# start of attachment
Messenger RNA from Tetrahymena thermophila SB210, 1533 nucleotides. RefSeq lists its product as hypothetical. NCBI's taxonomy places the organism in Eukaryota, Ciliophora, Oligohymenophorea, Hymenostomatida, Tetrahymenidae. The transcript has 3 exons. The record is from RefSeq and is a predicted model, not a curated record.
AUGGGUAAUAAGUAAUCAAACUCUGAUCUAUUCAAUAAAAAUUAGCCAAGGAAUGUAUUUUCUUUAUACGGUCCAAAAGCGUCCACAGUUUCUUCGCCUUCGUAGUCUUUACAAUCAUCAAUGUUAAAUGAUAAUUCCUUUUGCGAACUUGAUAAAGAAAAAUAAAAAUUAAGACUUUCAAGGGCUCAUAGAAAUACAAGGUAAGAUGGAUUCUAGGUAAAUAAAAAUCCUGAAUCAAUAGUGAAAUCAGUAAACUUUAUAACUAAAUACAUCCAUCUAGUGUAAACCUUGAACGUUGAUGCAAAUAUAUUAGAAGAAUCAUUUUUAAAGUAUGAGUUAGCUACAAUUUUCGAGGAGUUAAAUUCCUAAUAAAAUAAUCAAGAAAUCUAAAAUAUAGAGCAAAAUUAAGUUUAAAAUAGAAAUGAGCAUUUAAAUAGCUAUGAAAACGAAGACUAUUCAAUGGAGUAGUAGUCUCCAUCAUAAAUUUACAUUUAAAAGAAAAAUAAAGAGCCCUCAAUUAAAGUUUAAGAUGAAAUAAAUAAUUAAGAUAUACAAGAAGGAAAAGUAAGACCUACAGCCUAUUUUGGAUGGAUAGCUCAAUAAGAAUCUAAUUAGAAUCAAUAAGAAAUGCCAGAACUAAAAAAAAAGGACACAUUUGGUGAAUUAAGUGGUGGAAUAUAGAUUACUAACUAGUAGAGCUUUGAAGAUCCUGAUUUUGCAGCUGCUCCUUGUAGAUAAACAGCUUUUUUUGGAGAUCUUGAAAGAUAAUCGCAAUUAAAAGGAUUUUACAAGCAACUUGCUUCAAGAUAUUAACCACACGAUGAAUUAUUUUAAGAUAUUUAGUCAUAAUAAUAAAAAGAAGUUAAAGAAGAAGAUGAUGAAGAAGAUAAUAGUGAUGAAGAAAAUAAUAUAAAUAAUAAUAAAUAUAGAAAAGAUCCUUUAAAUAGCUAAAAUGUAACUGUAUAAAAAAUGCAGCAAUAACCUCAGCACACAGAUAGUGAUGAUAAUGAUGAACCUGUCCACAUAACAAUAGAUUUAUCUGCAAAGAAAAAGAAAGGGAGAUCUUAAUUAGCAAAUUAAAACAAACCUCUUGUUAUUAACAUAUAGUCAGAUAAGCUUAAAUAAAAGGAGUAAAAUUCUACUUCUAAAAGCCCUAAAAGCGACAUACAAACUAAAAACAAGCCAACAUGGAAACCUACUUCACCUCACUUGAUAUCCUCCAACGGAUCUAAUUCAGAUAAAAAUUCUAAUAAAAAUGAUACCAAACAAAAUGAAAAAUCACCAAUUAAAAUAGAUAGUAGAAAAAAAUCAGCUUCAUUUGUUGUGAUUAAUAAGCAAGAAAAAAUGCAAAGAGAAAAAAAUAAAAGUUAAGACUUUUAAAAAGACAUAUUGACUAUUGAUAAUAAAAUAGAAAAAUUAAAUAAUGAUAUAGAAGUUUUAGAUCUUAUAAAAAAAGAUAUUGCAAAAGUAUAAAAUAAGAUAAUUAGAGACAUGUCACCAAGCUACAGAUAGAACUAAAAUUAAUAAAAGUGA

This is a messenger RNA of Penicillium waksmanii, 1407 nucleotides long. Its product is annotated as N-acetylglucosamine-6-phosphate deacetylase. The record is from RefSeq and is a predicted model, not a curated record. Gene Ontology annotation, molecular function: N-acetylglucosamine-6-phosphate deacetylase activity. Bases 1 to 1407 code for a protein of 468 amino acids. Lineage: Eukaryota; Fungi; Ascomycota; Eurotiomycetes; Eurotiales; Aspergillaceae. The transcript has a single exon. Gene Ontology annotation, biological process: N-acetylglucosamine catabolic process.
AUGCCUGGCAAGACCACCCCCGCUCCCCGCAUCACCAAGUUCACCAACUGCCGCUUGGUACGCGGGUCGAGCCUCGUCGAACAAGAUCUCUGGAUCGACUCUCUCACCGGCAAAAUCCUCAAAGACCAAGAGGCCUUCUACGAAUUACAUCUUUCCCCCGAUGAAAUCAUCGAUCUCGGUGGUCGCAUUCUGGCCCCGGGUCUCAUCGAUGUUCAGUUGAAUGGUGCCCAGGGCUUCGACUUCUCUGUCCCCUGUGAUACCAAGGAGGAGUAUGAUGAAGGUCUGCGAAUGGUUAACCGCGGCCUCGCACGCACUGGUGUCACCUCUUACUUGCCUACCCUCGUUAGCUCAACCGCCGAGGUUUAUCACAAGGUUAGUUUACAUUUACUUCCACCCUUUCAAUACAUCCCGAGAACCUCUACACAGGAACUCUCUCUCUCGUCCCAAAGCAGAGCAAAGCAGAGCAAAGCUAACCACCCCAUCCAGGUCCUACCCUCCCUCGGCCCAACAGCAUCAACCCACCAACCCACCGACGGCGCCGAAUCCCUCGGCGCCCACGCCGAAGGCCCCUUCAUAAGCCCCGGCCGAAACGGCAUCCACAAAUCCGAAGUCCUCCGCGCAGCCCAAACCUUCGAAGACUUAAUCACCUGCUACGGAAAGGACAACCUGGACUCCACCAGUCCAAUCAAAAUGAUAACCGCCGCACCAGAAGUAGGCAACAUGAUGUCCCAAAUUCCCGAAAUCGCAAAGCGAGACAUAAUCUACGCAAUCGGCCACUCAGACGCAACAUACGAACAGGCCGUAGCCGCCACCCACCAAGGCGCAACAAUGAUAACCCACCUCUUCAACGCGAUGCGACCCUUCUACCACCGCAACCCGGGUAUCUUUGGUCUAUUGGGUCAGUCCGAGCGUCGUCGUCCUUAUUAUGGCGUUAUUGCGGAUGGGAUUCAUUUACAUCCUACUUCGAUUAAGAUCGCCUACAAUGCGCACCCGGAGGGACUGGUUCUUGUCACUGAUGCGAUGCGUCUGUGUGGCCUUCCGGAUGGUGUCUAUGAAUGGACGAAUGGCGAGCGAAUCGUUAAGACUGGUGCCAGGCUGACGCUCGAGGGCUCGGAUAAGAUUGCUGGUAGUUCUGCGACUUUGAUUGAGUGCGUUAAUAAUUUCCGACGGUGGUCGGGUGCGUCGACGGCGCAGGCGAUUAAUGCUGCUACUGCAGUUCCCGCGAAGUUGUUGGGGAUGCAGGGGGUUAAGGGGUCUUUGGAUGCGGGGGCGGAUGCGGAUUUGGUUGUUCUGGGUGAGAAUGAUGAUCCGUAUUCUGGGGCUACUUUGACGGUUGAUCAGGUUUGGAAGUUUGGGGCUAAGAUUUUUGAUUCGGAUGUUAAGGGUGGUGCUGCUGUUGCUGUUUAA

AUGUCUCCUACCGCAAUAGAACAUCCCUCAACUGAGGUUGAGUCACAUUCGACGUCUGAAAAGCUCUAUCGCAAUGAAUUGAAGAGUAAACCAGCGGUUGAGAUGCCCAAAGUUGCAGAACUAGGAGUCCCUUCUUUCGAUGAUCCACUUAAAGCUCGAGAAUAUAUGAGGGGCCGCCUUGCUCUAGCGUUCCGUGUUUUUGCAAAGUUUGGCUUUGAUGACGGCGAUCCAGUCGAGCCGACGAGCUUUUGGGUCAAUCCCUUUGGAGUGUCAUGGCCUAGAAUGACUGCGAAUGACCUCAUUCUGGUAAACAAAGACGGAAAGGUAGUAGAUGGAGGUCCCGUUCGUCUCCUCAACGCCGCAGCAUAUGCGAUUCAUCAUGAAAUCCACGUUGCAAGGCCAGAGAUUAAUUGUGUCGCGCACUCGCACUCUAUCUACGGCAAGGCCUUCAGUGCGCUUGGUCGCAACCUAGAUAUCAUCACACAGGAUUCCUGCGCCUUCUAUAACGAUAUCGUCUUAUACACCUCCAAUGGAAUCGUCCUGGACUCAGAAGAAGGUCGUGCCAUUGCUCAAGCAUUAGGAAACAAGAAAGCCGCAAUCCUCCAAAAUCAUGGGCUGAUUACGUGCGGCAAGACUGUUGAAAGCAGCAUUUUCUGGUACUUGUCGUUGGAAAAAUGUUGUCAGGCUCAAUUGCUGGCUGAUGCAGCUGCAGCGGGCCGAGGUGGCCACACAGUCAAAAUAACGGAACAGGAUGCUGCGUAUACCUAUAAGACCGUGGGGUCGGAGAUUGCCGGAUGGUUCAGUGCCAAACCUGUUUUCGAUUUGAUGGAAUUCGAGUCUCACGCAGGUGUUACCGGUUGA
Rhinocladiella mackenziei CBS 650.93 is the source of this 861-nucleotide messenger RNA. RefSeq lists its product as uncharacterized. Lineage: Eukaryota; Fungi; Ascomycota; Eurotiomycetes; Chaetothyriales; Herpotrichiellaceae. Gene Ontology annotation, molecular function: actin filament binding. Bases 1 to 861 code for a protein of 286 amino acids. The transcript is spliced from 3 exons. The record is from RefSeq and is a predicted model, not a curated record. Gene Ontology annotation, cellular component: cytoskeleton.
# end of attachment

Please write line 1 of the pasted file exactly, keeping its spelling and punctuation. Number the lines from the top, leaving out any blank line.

Messenger RNA from Tetrahymena thermophila SB210, 1533 nucleotides. RefSeq lists its product as hypothetical. NCBI's taxonomy places the organism in Eukaryota, Ciliophora, Oligohymenophorea, Hymenostomatida, Tetrahymenidae. The transcript has 3 exons. The record is from RefSeq and is a predicted model, not a curated record.